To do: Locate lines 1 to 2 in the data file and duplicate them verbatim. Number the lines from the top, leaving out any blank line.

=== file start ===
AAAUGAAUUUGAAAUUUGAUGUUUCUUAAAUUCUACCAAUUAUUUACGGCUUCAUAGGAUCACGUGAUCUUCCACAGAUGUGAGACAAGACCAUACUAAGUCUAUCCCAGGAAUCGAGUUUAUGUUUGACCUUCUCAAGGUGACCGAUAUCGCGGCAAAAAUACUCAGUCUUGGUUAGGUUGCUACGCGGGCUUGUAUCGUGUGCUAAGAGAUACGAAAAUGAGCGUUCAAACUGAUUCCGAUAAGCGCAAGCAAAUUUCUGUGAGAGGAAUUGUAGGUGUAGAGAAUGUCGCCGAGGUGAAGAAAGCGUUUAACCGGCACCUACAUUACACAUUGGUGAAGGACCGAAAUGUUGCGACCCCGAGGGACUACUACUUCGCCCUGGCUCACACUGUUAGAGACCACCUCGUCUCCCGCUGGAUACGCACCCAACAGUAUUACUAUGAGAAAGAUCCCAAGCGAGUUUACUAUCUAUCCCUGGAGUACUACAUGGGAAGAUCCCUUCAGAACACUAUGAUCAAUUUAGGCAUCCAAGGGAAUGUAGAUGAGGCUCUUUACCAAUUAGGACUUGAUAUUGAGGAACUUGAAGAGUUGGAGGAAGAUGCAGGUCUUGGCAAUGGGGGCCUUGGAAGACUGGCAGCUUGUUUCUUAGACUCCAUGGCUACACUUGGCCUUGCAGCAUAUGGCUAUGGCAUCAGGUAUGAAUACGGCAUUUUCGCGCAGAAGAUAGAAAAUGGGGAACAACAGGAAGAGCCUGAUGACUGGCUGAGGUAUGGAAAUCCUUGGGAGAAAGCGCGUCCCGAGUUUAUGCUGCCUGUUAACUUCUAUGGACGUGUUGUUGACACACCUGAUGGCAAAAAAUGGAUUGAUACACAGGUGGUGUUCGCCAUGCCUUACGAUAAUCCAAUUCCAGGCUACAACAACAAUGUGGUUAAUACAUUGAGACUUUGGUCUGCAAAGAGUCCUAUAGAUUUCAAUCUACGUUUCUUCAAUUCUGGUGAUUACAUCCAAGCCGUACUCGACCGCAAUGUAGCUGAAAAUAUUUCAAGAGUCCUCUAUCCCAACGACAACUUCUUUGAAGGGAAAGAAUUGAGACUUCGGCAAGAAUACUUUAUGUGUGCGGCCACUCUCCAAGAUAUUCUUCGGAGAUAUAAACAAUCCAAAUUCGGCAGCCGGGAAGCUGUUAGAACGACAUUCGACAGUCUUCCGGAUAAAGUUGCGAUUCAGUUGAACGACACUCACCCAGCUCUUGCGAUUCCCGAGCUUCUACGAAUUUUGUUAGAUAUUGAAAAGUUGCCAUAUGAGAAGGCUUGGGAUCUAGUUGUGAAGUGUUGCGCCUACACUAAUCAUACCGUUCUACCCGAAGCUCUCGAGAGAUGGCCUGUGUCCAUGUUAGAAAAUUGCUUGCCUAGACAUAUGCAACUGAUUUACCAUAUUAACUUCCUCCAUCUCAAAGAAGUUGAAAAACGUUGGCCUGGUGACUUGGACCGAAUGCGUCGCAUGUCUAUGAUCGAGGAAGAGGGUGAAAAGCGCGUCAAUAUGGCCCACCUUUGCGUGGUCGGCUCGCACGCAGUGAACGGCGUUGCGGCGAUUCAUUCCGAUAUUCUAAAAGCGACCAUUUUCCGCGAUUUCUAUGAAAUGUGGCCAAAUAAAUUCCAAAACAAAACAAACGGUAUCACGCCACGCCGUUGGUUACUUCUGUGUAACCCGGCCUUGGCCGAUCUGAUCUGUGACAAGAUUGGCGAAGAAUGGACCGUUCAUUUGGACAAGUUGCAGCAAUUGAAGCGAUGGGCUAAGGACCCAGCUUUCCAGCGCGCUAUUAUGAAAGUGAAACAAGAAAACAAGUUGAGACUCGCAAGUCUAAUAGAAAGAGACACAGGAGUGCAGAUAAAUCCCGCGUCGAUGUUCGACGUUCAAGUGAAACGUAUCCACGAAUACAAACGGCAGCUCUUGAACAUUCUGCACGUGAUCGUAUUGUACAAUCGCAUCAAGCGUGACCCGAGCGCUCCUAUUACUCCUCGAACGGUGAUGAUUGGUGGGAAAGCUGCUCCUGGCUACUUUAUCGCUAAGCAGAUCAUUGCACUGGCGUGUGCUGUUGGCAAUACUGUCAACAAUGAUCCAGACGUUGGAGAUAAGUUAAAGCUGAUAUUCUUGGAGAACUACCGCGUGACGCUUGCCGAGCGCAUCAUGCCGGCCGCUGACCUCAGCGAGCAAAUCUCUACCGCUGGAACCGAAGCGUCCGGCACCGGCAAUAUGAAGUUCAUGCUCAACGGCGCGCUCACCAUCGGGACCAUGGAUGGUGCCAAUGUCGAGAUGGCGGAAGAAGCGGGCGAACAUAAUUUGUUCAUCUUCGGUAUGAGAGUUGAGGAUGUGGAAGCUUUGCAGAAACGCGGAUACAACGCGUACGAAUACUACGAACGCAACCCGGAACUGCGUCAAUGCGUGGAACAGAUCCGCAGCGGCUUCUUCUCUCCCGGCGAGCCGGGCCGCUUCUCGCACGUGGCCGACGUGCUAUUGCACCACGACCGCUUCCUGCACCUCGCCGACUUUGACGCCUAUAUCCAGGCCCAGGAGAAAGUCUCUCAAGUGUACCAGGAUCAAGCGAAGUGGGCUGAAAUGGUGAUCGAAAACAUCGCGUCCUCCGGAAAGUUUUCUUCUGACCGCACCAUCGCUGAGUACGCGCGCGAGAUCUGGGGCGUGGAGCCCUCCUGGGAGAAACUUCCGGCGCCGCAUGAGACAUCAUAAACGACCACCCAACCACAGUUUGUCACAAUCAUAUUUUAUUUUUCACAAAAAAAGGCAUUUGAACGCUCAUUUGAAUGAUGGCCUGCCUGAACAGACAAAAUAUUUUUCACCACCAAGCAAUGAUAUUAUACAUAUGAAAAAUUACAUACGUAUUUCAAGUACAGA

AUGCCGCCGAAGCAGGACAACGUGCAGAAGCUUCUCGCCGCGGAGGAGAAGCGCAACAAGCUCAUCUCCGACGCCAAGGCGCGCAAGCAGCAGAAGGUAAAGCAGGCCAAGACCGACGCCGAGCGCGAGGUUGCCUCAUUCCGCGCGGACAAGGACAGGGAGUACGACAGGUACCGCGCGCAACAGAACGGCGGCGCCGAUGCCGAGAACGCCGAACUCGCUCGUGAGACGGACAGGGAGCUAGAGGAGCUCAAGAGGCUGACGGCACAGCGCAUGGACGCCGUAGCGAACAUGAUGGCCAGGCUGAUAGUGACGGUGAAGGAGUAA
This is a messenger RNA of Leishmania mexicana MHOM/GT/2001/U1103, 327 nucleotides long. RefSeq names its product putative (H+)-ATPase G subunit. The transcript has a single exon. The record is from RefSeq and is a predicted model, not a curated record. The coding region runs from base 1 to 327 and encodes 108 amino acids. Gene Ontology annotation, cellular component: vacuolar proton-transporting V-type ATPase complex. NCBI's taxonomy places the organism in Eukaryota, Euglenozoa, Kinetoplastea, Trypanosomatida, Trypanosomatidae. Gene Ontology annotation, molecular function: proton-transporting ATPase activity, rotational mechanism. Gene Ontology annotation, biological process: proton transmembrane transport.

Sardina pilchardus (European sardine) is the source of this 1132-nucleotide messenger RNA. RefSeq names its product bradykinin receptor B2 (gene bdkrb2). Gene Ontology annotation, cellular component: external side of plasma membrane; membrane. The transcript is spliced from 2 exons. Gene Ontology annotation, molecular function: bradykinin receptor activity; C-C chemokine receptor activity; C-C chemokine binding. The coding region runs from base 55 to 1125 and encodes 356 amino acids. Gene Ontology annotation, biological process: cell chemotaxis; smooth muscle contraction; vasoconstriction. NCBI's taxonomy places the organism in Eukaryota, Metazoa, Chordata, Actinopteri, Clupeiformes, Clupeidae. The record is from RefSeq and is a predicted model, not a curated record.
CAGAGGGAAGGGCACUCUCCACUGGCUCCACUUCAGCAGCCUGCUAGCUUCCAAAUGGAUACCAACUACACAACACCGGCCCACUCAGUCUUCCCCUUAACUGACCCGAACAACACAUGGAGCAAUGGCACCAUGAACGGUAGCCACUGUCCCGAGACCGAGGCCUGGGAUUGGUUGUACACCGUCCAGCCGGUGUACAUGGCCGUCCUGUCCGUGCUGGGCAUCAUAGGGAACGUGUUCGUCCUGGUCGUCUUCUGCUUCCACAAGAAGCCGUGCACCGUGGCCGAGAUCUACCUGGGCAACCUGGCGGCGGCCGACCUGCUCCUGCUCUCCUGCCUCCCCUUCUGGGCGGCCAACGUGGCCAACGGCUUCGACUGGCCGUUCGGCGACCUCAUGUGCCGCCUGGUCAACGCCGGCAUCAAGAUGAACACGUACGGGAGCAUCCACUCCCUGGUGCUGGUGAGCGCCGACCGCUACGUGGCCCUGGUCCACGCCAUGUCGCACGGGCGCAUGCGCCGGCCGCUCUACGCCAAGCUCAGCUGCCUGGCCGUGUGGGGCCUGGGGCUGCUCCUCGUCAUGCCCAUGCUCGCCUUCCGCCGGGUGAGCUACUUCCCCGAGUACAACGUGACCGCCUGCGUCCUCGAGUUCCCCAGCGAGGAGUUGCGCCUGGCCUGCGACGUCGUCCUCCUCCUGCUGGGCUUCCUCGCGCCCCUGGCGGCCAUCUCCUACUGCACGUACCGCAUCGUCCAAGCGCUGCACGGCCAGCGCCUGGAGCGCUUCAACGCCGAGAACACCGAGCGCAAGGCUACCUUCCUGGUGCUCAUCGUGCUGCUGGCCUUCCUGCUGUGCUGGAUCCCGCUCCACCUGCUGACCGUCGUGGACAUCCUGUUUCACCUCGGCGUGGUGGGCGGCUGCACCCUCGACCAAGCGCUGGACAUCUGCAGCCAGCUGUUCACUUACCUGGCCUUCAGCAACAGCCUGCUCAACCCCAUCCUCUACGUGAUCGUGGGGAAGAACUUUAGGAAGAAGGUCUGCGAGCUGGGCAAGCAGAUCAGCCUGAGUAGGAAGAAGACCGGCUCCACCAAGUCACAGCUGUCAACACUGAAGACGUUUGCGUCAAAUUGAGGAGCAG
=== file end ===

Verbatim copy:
AAAUGAAUUUGAAAUUUGAUGUUUCUUAAAUUCUACCAAUUAUUUACGGCUUCAUAGGAUCACGUGAUCUUCCACAGAUGUGAGACAAGACCAUACUAAGUCUAUCCCAGGAAUCGAGUUUAUGUUUGACCUUCUCAAGGUGACCGAUAUCGCGGCAAAAAUACUCAGUCUUGGUUAGGUUGCUACGCGGGCUUGUAUCGUGUGCUAAGAGAUACGAAAAUGAGCGUUCAAACUGAUUCCGAUAAGCGCAAGCAAAUUUCUGUGAGAGGAAUUGUAGGUGUAGAGAAUGUCGCCGAGGUGAAGAAAGCGUUUAACCGGCACCUACAUUACACAUUGGUGAAGGACCGAAAUGUUGCGACCCCGAGGGACUACUACUUCGCCCUGGCUCACACUGUUAGAGACCACCUCGUCUCCCGCUGGAUACGCACCCAACAGUAUUACUAUGAGAAAGAUCCCAAGCGAGUUUACUAUCUAUCCCUGGAGUACUACAUGGGAAGAUCCCUUCAGAACACUAUGAUCAAUUUAGGCAUCCAAGGGAAUGUAGAUGAGGCUCUUUACCAAUUAGGACUUGAUAUUGAGGAACUUGAAGAGUUGGAGGAAGAUGCAGGUCUUGGCAAUGGGGGCCUUGGAAGACUGGCAGCUUGUUUCUUAGACUCCAUGGCUACACUUGGCCUUGCAGCAUAUGGCUAUGGCAUCAGGUAUGAAUACGGCAUUUUCGCGCAGAAGAUAGAAAAUGGGGAACAACAGGAAGAGCCUGAUGACUGGCUGAGGUAUGGAAAUCCUUGGGAGAAAGCGCGUCCCGAGUUUAUGCUGCCUGUUAACUUCUAUGGACGUGUUGUUGACACACCUGAUGGCAAAAAAUGGAUUGAUACACAGGUGGUGUUCGCCAUGCCUUACGAUAAUCCAAUUCCAGGCUACAACAACAAUGUGGUUAAUACAUUGAGACUUUGGUCUGCAAAGAGUCCUAUAGAUUUCAAUCUACGUUUCUUCAAUUCUGGUGAUUACAUCCAAGCCGUACUCGACCGCAAUGUAGCUGAAAAUAUUUCAAGAGUCCUCUAUCCCAACGACAACUUCUUUGAAGGGAAAGAAUUGAGACUUCGGCAAGAAUACUUUAUGUGUGCGGCCACUCUCCAAGAUAUUCUUCGGAGAUAUAAACAAUCCAAAUUCGGCAGCCGGGAAGCUGUUAGAACGACAUUCGACAGUCUUCCGGAUAAAGUUGCGAUUCAGUUGAACGACACUCACCCAGCUCUUGCGAUUCCCGAGCUUCUACGAAUUUUGUUAGAUAUUGAAAAGUUGCCAUAUGAGAAGGCUUGGGAUCUAGUUGUGAAGUGUUGCGCCUACACUAAUCAUACCGUUCUACCCGAAGCUCUCGAGAGAUGGCCUGUGUCCAUGUUAGAAAAUUGCUUGCCUAGACAUAUGCAACUGAUUUACCAUAUUAACUUCCUCCAUCUCAAAGAAGUUGAAAAACGUUGGCCUGGUGACUUGGACCGAAUGCGUCGCAUGUCUAUGAUCGAGGAAGAGGGUGAAAAGCGCGUCAAUAUGGCCCACCUUUGCGUGGUCGGCUCGCACGCAGUGAACGGCGUUGCGGCGAUUCAUUCCGAUAUUCUAAAAGCGACCAUUUUCCGCGAUUUCUAUGAAAUGUGGCCAAAUAAAUUCCAAAACAAAACAAACGGUAUCACGCCACGCCGUUGGUUACUUCUGUGUAACCCGGCCUUGGCCGAUCUGAUCUGUGACAAGAUUGGCGAAGAAUGGACCGUUCAUUUGGACAAGUUGCAGCAAUUGAAGCGAUGGGCUAAGGACCCAGCUUUCCAGCGCGCUAUUAUGAAAGUGAAACAAGAAAACAAGUUGAGACUCGCAAGUCUAAUAGAAAGAGACACAGGAGUGCAGAUAAAUCCCGCGUCGAUGUUCGACGUUCAAGUGAAACGUAUCCACGAAUACAAACGGCAGCUCUUGAACAUUCUGCACGUGAUCGUAUUGUACAAUCGCAUCAAGCGUGACCCGAGCGCUCCUAUUACUCCUCGAACGGUGAUGAUUGGUGGGAAAGCUGCUCCUGGCUACUUUAUCGCUAAGCAGAUCAUUGCACUGGCGUGUGCUGUUGGCAAUACUGUCAACAAUGAUCCAGACGUUGGAGAUAAGUUAAAGCUGAUAUUCUUGGAGAACUACCGCGUGACGCUUGCCGAGCGCAUCAUGCCGGCCGCUGACCUCAGCGAGCAAAUCUCUACCGCUGGAACCGAAGCGUCCGGCACCGGCAAUAUGAAGUUCAUGCUCAACGGCGCGCUCACCAUCGGGACCAUGGAUGGUGCCAAUGUCGAGAUGGCGGAAGAAGCGGGCGAACAUAAUUUGUUCAUCUUCGGUAUGAGAGUUGAGGAUGUGGAAGCUUUGCAGAAACGCGGAUACAACGCGUACGAAUACUACGAACGCAACCCGGAACUGCGUCAAUGCGUGGAACAGAUCCGCAGCGGCUUCUUCUCUCCCGGCGAGCCGGGCCGCUUCUCGCACGUGGCCGACGUGCUAUUGCACCACGACCGCUUCCUGCACCUCGCCGACUUUGACGCCUAUAUCCAGGCCCAGGAGAAAGUCUCUCAAGUGUACCAGGAUCAAGCGAAGUGGGCUGAAAUGGUGAUCGAAAACAUCGCGUCCUCCGGAAAGUUUUCUUCUGACCGCACCAUCGCUGAGUACGCGCGCGAGAUCUGGGGCGUGGAGCCCUCCUGGGAGAAACUUCCGGCGCCGCAUGAGACAUCAUAAACGACCACCCAACCACAGUUUGUCACAAUCAUAUUUUAUUUUUCACAAAAAAAGGCAUUUGAACGCUCAUUUGAAUGAUGGCCUGCCUGAACAGACAAAAUAUUUUUCACCACCAAGCAAUGAUAUUAUACAUAUGAAAAAUUACAUACGUAUUUCAAGUACAGA

AUGCCGCCGAAGCAGGACAACGUGCAGAAGCUUCUCGCCGCGGAGGAGAAGCGCAACAAGCUCAUCUCCGACGCCAAGGCGCGCAAGCAGCAGAAGGUAAAGCAGGCCAAGACCGACGCCGAGCGCGAGGUUGCCUCAUUCCGCGCGGACAAGGACAGGGAGUACGACAGGUACCGCGCGCAACAGAACGGCGGCGCCGAUGCCGAGAACGCCGAACUCGCUCGUGAGACGGACAGGGAGCUAGAGGAGCUCAAGAGGCUGACGGCACAGCGCAUGGACGCCGUAGCGAACAUGAUGGCCAGGCUGAUAGUGACGGUGAAGGAGUAA